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Bug sex can be deadly

Monday, Jan 07, 2013 - 00:49

Jan. 7 - Researchers in Canada are studying insect mating rituals. In particular, they hope to better understand why some female bug species - like the Great Grig - eat their male partners during sex. Ben Gruber reports.

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STORY: This pair of great grigs are having sex - great for the female but not so great for her male partner. In fact , he may not live through it. The female grig, on top, is eating her mate's wings and feasting on his blood despite his best efforts to impregnate her. And the male is a glutton for punishment. He won't be deterred by the loss of body parts and continues to deploy the hook-like organ protruding from his abdomen to keep his partner in place until the process is finished. The researchers are studying the grigs' mating behaviour to learn how such cannibalistic tendencies evolved in the species. The only good news for the male is that if he lives through the ordeal, he'll be without wings for the rest of his life…a real turnoff for females.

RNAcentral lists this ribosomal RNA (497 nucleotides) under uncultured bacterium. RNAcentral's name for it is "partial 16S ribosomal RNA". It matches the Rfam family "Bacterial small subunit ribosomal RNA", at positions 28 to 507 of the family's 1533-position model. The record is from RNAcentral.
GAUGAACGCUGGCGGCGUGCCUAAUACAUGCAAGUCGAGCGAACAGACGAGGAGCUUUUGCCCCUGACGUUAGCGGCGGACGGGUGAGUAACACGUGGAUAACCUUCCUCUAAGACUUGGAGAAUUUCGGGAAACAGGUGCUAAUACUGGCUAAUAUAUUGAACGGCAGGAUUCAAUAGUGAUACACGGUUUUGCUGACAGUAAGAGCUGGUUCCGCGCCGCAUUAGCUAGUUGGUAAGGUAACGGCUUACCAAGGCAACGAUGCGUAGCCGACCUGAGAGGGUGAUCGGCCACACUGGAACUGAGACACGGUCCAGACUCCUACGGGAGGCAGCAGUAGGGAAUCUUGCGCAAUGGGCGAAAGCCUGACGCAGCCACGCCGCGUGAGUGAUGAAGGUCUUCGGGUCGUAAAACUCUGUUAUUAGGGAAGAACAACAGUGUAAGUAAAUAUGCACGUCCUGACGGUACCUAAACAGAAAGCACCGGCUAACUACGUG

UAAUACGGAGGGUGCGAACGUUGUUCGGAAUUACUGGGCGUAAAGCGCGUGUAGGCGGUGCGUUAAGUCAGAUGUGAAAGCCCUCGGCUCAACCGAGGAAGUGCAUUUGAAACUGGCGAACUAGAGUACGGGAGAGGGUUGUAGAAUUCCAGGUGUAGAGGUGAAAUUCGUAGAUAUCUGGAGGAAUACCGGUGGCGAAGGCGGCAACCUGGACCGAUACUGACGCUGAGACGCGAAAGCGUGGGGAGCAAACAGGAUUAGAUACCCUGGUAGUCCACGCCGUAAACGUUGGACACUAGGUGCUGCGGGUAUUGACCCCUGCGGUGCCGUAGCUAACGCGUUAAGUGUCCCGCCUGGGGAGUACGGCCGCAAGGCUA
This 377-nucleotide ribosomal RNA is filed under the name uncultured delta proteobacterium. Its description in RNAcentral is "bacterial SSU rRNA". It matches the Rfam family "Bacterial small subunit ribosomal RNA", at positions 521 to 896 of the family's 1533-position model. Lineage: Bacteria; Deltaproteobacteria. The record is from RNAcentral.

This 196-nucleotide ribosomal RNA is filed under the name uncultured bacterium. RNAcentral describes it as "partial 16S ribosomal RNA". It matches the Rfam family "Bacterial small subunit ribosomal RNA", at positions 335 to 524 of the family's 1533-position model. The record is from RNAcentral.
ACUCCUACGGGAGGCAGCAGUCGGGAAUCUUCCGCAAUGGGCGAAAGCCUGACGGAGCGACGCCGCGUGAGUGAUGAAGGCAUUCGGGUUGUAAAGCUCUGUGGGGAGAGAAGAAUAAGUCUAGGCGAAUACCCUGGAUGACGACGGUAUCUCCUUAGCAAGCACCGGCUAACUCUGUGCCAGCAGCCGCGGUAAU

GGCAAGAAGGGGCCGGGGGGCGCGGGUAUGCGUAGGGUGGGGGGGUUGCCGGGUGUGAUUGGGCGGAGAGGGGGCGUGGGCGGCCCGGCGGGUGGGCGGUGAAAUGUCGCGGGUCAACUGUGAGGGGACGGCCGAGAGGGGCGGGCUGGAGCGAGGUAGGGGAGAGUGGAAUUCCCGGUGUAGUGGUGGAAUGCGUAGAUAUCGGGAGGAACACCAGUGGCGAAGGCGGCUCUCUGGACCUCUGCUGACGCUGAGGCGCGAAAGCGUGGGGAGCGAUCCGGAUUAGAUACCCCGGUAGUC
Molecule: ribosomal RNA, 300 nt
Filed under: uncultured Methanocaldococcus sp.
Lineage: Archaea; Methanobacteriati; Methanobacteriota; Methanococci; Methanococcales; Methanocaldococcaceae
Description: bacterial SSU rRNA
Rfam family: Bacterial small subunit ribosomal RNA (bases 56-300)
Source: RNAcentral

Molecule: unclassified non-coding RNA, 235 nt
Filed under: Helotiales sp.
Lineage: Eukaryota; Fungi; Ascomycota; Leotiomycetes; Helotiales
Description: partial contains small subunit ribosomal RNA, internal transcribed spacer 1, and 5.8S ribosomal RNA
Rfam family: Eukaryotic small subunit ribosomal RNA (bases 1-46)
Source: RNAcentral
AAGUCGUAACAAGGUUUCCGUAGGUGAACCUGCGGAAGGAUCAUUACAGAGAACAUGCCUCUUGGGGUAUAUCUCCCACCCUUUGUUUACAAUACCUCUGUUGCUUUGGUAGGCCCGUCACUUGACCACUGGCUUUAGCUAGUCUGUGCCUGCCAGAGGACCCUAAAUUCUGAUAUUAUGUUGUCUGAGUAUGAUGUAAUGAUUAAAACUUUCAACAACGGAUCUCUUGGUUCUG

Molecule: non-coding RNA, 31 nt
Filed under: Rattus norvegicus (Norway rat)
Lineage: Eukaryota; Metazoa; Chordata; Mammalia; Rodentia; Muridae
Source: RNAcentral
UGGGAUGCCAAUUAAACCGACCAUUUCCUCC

Bug sex can be deadly

Monday, Jan 07, 2013 - 00:49

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